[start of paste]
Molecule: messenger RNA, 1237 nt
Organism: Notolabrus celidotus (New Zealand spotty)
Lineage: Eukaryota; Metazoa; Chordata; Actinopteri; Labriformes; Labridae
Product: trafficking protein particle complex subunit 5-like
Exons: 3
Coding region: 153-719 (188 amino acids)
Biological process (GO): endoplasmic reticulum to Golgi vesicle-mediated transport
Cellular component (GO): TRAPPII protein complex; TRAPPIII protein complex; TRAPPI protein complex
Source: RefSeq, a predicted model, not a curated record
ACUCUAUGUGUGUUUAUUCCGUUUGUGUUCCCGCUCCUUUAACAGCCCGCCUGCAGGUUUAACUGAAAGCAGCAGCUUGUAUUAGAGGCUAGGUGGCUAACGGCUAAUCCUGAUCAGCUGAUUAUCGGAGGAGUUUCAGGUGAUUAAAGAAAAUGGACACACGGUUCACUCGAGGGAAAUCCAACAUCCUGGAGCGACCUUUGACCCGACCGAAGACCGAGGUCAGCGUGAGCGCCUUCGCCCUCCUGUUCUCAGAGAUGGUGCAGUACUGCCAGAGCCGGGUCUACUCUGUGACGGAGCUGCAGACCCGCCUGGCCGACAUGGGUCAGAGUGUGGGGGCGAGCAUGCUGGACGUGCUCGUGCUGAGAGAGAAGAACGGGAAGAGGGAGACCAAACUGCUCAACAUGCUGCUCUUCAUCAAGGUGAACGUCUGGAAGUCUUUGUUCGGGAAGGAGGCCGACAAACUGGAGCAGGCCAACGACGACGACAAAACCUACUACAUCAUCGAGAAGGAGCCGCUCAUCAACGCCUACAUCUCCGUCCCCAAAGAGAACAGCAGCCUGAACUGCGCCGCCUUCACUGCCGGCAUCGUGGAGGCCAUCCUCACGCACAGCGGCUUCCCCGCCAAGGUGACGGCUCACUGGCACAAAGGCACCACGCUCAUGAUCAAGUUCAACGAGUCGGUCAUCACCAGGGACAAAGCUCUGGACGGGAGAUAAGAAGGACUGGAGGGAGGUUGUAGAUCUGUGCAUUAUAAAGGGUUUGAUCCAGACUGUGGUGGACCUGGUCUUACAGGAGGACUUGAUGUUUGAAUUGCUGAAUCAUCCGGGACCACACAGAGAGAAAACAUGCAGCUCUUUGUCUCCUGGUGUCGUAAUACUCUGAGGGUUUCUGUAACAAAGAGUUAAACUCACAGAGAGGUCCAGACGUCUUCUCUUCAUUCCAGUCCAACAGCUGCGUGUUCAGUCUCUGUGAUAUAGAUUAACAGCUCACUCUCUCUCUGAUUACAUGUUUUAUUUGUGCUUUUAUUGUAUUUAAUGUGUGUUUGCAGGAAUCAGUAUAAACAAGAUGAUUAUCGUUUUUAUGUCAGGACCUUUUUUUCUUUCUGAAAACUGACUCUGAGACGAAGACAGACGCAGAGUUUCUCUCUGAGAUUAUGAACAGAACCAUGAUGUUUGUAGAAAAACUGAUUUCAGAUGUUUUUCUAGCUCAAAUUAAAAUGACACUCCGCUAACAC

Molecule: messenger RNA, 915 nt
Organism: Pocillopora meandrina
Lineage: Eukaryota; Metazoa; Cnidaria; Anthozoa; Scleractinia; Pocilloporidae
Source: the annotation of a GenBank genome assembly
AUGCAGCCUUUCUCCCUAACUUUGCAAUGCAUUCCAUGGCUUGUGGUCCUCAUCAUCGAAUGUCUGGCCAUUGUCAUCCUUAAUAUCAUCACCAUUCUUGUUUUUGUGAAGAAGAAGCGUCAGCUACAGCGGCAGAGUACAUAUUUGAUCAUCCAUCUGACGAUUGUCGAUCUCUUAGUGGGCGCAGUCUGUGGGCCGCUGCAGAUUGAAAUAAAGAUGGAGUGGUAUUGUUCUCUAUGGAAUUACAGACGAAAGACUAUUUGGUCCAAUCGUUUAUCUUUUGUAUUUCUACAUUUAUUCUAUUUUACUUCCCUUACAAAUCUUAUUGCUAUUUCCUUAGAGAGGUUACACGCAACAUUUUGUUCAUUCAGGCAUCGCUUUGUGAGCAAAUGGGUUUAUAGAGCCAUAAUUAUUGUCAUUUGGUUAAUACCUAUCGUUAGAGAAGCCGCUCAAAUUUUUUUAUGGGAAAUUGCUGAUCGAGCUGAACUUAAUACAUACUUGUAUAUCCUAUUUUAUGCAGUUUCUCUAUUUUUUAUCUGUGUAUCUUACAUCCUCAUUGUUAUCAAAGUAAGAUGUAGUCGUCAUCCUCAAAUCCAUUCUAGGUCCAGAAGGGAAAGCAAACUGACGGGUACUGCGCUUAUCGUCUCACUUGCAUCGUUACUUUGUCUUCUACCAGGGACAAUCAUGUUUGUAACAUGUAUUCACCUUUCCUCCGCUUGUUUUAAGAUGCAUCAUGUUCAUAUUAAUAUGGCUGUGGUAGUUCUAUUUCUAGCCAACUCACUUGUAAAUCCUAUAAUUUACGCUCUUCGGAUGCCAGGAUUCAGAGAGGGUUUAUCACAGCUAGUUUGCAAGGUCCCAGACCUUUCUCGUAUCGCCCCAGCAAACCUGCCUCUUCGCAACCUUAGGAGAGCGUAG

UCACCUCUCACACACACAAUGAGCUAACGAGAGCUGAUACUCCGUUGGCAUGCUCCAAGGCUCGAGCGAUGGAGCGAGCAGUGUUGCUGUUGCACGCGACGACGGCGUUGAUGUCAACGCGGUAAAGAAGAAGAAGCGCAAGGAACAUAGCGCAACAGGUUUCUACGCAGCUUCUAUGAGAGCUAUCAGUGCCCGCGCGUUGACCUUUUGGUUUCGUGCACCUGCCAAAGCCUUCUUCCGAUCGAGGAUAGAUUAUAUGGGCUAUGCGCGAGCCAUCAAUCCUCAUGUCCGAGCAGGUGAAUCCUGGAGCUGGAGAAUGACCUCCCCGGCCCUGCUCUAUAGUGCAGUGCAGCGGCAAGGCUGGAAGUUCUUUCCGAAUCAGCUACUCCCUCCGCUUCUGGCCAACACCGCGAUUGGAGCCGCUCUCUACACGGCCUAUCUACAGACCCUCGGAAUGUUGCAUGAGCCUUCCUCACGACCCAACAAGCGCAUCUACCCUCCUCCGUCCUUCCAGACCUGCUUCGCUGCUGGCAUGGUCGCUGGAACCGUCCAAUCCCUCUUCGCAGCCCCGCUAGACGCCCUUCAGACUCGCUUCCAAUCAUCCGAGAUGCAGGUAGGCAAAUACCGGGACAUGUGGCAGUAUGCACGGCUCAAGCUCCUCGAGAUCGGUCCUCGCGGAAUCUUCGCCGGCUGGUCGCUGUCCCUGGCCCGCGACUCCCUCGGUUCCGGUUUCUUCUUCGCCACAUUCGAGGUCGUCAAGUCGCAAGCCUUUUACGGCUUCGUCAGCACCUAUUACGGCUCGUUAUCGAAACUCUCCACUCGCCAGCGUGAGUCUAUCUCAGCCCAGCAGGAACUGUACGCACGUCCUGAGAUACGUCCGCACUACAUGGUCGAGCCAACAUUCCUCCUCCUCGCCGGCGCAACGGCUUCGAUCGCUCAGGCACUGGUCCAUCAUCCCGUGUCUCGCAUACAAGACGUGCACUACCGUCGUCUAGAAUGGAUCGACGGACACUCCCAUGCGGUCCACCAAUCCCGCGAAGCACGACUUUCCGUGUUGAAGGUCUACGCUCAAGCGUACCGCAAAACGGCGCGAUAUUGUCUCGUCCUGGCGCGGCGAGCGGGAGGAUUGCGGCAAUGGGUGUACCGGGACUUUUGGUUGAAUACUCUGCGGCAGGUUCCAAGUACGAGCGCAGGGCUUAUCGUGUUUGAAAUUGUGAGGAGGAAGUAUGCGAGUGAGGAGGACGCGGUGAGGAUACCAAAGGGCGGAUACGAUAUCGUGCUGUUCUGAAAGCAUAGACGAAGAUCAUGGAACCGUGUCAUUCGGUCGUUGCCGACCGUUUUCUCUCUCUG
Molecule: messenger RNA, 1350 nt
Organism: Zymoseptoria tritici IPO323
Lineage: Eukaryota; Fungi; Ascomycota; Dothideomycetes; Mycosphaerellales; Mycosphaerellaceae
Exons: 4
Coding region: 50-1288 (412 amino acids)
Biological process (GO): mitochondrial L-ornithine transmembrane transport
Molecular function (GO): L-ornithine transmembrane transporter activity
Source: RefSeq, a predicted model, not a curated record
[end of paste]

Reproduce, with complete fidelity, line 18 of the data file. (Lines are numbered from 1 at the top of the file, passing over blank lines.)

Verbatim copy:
Organism: Zymoseptoria tritici IPO323